Citing an unnamed source with “direct knowledge” of U.S. Navy operations, a Pulitzer Prize-winning journalist claimed the U.S. government sabotaged Russia’s Nord Stream gas pipelines in September.
On Sept. 27, NPR reported that both the Nord Stream 1 and Nord Stream 2 pipelines, located in the Baltic Sea, had suffered “undersea leaks.”
A local seismographer told NPR the leaks were caused by underwater blasts too powerful to have been caused by earthquakes or landslides.
Although neither pipeline was active, they contained large reserves of natural gas that were lost in the leak. According to NPR, the pipelines are both owned by Gazprom, a company controlled by the Russian government.
Danish government officials believed the leaks were the result of foul play and, on Wednesday, journalist Seymour Hersh seemingly confirmed as much.
Hersh has been awarded the Pulitzer Prize for his investigative reporting on various government conspiracies.
According to Hersh, who reported the news independently via Substack, a team of U.S. Navy divers planted remote-controlled explosive devices three months prior to the leak.
The team allegedly used a highly publicized NATO training exercise, BALTOPS 22, as cover in order to sidle up to the pipelines.
Spokeswomen from both the White House and the CIA denied Hersh’s reporting in response to the journalist’s requests for comment.
“With Russian troops massing on the Ukrainian border and the bloodiest war in Europe since 1945 looming, President Joseph Biden saw the pipelines as a vehicle for Vladimir Putin to weaponize natural gas for his political and territorial ambitions,” Hersh said.
“Biden’s decision to sabotage the pipelines came after more than nine months of highly secret back and forth debate inside Washington’s national security community about how to best achieve that goal. For much of that time, the issue was not whether to do the mission, but how to get it done with no overt clue as to who was responsible.”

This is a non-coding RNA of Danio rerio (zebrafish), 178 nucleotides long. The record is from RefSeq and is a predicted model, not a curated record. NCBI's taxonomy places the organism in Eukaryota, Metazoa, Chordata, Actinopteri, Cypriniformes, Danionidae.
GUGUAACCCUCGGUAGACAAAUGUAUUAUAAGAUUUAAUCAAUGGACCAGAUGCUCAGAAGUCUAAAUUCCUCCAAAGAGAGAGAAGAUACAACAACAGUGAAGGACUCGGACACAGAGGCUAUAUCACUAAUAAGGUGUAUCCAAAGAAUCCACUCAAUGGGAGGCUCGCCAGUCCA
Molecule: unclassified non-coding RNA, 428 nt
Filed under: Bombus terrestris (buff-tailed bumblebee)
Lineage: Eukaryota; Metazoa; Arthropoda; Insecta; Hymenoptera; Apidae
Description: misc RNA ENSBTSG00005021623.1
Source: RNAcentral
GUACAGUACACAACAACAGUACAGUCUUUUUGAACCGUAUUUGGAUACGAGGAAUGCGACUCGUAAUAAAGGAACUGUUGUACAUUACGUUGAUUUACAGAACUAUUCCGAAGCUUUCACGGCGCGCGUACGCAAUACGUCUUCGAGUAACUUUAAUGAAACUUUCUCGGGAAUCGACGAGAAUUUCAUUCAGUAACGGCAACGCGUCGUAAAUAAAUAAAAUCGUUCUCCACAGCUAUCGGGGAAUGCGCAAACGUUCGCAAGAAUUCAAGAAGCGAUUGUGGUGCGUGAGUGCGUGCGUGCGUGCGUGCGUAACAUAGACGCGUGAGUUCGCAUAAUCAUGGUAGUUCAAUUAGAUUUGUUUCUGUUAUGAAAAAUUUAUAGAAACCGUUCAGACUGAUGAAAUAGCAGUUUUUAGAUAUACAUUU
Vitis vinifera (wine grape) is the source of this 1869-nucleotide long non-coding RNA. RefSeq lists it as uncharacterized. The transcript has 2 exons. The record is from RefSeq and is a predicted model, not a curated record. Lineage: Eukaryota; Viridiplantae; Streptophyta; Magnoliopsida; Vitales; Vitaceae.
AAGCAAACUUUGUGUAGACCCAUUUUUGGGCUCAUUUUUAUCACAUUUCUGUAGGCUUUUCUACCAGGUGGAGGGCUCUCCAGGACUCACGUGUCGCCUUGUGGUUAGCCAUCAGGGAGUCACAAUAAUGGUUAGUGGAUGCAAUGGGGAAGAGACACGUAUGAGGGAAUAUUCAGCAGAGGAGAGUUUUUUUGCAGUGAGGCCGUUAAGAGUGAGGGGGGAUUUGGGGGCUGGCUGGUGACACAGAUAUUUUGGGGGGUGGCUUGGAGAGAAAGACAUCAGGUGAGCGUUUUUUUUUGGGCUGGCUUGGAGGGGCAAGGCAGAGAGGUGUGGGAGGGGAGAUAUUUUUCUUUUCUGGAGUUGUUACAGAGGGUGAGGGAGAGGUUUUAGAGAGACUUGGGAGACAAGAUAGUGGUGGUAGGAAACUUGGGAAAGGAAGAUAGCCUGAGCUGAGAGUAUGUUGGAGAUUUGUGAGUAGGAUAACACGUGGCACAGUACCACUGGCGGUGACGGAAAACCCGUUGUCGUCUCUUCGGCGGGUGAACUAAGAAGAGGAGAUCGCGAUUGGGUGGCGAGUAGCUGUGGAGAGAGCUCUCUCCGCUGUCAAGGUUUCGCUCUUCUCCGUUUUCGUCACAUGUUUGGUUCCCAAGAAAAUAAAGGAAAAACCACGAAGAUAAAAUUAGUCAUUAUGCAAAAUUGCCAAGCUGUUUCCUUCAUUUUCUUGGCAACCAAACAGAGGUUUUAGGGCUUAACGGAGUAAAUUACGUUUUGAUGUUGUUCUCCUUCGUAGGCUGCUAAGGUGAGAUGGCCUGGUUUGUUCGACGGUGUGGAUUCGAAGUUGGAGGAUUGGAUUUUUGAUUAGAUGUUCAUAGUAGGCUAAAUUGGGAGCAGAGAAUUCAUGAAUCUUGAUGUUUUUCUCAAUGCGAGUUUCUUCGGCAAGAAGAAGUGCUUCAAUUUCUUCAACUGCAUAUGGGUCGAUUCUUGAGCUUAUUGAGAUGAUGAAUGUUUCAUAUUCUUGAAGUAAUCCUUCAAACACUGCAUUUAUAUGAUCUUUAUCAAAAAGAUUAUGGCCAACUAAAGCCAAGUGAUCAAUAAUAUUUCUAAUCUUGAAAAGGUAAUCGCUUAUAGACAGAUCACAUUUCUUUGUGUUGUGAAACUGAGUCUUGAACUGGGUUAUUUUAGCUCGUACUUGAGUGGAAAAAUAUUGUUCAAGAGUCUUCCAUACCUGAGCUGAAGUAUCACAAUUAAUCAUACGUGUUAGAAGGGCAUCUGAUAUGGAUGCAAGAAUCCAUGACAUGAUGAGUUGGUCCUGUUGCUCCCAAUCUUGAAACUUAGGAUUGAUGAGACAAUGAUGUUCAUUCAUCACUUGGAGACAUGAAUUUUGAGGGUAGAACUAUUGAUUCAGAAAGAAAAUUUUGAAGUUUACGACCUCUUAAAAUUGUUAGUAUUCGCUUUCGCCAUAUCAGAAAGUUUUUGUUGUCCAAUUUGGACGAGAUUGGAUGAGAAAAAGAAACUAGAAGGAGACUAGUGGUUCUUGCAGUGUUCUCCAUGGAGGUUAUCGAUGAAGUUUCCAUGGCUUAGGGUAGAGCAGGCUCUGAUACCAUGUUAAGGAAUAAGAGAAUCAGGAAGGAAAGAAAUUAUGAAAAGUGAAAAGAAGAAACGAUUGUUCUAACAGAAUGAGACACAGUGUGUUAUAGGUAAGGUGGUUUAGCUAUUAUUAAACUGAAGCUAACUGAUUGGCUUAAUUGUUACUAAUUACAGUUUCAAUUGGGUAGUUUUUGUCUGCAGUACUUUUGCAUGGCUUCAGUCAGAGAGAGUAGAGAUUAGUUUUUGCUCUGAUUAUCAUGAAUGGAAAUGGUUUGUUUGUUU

“Action that could be traced to the administration would violate US promises to minimize direct conflict with Russia. Secrecy was essential.”
Hersh’s source speculated that, if the attack was traced back to the U.S., there would be dire political consequences.
“It’s an act of war,” the source said.
According to Hersh’s report, planning for the mission began back in December 2021 when Biden tasked national security advisor Jake Sullivan with coming up with a response to a Russian invasion of Ukraine, which had yet to take place.
Meetings, led by Sullivan, took place between several agencies, and the CIA began to concoct a plan to sabotage the pipelines.
On Feb. 7, 2022, Biden openly suggested the plan existed during a news briefing.
“If Russia invades … there will be no longer a Nord Stream 2. We will bring an end to it,” the president said.
According to Hersh’s source, the team planning the covert attack was dumbfounded by Biden’s apparent lack of discretion.
“It was like putting an atomic bomb on the ground in Tokyo and telling the Japanese that we are going to detonate it,” the source said. “The plan was for the options to be executed post invasion and not advertised publicly. Biden simply didn’t get it or ignored it.”
Nevertheless, according to Hersh, the U.S. went ahead with the plan with the help of the Norwegian navy, and on Sept. 26, 2022, “the world learned that something irreversible had taken place.”
This article appeared originally on The Western Journal.